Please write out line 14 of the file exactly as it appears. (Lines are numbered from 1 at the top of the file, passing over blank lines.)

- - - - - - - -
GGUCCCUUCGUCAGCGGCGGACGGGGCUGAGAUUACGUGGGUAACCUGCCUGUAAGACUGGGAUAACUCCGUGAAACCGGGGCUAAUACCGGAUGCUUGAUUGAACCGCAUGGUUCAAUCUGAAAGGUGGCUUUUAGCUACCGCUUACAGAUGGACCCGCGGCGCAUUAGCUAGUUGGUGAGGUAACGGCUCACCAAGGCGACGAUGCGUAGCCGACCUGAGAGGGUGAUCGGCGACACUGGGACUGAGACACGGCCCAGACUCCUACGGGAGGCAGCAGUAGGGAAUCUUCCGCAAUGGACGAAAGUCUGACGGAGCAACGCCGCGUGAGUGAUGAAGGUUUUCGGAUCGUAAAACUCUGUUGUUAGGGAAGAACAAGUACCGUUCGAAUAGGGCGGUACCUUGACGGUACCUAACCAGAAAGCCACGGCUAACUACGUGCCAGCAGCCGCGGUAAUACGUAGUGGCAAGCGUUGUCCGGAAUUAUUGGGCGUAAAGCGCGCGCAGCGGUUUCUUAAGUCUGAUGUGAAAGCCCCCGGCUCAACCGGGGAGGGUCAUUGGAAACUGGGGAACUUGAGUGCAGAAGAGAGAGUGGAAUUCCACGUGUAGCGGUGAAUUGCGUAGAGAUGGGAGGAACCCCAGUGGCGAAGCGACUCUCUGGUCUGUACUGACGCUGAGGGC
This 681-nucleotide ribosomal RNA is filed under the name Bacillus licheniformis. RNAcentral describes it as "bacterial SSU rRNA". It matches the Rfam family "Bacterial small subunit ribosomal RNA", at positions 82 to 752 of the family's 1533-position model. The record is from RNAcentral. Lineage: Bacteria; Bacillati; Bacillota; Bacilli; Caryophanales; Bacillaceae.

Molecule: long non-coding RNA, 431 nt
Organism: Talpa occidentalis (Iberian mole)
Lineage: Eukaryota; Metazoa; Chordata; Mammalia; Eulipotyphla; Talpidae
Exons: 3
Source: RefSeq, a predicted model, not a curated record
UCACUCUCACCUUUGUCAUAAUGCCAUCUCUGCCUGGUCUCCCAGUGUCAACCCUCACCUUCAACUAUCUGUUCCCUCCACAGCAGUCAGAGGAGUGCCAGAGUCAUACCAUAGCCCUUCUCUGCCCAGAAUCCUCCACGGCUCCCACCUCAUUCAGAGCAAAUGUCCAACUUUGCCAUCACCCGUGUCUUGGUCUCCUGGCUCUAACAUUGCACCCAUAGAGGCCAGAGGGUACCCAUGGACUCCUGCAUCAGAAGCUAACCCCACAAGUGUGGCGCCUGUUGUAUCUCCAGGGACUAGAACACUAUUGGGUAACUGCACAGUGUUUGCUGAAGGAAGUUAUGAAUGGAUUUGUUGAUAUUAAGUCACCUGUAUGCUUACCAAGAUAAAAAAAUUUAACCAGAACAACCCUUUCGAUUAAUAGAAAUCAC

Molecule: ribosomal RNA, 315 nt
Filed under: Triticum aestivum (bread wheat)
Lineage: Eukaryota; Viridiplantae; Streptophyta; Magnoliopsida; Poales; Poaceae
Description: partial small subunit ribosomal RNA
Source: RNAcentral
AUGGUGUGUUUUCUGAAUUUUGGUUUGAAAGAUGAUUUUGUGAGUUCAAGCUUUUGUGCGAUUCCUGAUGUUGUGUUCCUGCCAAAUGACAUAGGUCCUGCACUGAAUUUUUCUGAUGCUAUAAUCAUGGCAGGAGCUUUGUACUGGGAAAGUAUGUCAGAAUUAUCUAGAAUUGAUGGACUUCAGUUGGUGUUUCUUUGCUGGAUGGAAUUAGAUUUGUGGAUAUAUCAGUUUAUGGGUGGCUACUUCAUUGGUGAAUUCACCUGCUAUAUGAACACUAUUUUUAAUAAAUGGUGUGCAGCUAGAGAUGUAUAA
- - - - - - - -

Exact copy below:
AUGGUGUGUUUUCUGAAUUUUGGUUUGAAAGAUGAUUUUGUGAGUUCAAGCUUUUGUGCGAUUCCUGAUGUUGUGUUCCUGCCAAAUGACAUAGGUCCUGCACUGAAUUUUUCUGAUGCUAUAAUCAUGGCAGGAGCUUUGUACUGGGAAAGUAUGUCAGAAUUAUCUAGAAUUGAUGGACUUCAGUUGGUGUUUCUUUGCUGGAUGGAAUUAGAUUUGUGGAUAUAUCAGUUUAUGGGUGGCUACUUCAUUGGUGAAUUCACCUGCUAUAUGAACACUAUUUUUAAUAAAUGGUGUGCAGCUAGAGAUGUAUAA